Marian/Bill Harman, Chamberlain Rd. August 6, Carolina wrens are feeding babies on our screened porch again. They come in and out through a hole in the screen. Two juvenile barred owls calling. We could see them well when we briefly shone a flashlight on the branch they were sitting on. August 15, two baby Carolina wrens fledged from the nest on our porch today. August 17, two beautiful spotted fawns walked in the grass along our driveway towards the street. When a car went by, they turned and bounded into the pasture. A walk at Lakeside Meadows and Shipley Swamp. Birds: Crow, goldfinches, pee-wee in the woods, catbird, at least ten cedar waxwings in the field eating bugs or seeds. Plants seen: maiden pink, cattails, purple loosestrife, prostrate tick trefoil, Indian pipes, showy tick trefoil, spotted knapweed, white water lily, goldenrod, Queen Anne’s lace, yarrow, common tansy. Also seen, two tiger swallowtail butterflies feeding on milkweed, baby bunny.

Marilyn Day, Graniteville Rd. August 12. A coyote loping across the front yard at 12:10 p.m.

Diane Duane, Howard Rd. August 14, a beautiful monarch in our front garden on common milkweed. It looks like she laid eggs and we see at least one on a leaf [Diane sent a great photo-MH].

Rosemarie Koester, Providence Rd. August Report: titmice, chickadees, nuthatch, two pairs of blue jays, red-winged blackbirds, some grackles, balding on the blue jays. Two pairs of cardinals, one juvenile, downy woodpecker, red-bellied woodpecker, several house finches, goldfinches. Chickadees seem to like the goldfinch feeder, hawk circling overhead, wren on deck. A bird nest in between the gutter guards in front of house, hummingbirds very active at feeder, but dropped off considerably last week. I didn’t notice any change in bird behavior during the eclipse of the sun., a few turkeys around. Also, four gray squirrels, one red squirrel fussing at the gray squirrel, several chipmunks, lots of rabbits, young as well, enjoying my flowers. A deer with fawn in the woods. Good to see a fair number of bumble bees at flowers. August 25, a blue-spotted salamander was under a flower pot I removed! I put pot back so maybe it will return. [Rosemarie sent a good photo of this rare salamander-MH] Many thanks to those who are removing the invasive vines around town. But, still see much bittersweet climbing on trees, bushes around town. This will destroy the tree if not removed.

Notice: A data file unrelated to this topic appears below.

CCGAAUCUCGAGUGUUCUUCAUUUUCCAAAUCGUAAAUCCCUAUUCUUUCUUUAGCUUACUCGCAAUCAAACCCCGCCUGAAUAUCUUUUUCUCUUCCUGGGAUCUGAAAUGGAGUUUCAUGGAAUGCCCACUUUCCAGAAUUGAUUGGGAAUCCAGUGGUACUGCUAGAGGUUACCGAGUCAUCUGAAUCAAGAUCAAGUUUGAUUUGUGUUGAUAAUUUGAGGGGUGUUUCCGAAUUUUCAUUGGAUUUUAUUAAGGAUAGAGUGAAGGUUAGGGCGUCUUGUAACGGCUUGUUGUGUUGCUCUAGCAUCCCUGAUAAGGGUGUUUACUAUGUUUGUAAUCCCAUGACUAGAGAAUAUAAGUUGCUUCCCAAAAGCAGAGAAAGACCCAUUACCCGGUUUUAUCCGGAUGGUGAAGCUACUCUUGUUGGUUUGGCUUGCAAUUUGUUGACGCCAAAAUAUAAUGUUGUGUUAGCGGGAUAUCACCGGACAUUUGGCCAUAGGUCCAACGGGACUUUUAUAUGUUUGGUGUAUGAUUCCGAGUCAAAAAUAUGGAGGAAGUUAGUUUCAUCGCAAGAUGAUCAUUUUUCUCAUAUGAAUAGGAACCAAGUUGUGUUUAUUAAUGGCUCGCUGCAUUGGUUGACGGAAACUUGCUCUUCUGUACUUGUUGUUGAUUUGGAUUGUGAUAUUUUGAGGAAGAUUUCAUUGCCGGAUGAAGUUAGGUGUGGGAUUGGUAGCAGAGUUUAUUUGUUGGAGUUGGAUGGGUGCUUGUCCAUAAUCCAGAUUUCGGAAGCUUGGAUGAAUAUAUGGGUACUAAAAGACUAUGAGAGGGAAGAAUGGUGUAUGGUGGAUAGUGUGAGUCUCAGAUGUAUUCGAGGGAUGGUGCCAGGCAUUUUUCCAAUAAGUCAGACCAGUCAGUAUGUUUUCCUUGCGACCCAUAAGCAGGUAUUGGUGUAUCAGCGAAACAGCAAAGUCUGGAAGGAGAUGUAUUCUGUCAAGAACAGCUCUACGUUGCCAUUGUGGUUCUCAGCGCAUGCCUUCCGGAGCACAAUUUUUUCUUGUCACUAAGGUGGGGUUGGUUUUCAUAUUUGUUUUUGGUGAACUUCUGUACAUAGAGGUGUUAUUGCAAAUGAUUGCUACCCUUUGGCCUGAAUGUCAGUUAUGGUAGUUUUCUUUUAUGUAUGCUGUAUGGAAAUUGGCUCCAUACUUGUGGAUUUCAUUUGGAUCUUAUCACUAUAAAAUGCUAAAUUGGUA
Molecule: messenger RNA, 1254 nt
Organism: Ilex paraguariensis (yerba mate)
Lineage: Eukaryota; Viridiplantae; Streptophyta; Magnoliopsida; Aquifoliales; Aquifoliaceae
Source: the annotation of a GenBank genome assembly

Marian Harman is a member of the Westford Conservation Trust, a non-profit conservation organization whose purpose is the preservation of Westford’s open spaces and trails. The Trust welcomes new members and volunteers.

Marian’s Wildlife Blog – August 2017

Black capped Chickadee by Doug Pederson

Do you have a large glass window or slider at your house? If so, chances are you have seen a bird strike that glass at some time. If the bird is lucky, it will just stun itself, perhaps need a few minutes to “come to” and then fly off. Sometimes, though, the bird is killed by the window strike. Living Bird, a publication of the Cornell Lab of Ornithology, reported on this problem in an article titled “Glass Action for Birds”, in its winter 2014 edition. It has been estimated that up to a billion birds are killed each year by window collisions in the United States alone.

Scott Loss of Oklahoma State University has done bird strike research for the Smithsonian Conservation Biology Institute and the U.S. Fish and Wildlife Service. He found, surprisingly, that the majority of annual bird deaths occur at residential and low-rise structures. The average family residence kills one to three birds a year. Loss found that six species seem to die of glass strikes most commonly: Ruby-throated hummingbirds, brown creepers, ovenbirds, yellow-bellied sapsuckers, gray catbirds, and black and white warblers. It seems that these long-distance migrants may be less familiar with the structures in areas they pass through on migration. I notice that at my house, however, the birds mostly likely to strike the glass are mourning doves, downy woodpeckers, chickadees and titmice. It seems that they do this when they are flying in panic to avoid a hawk predator.   read more….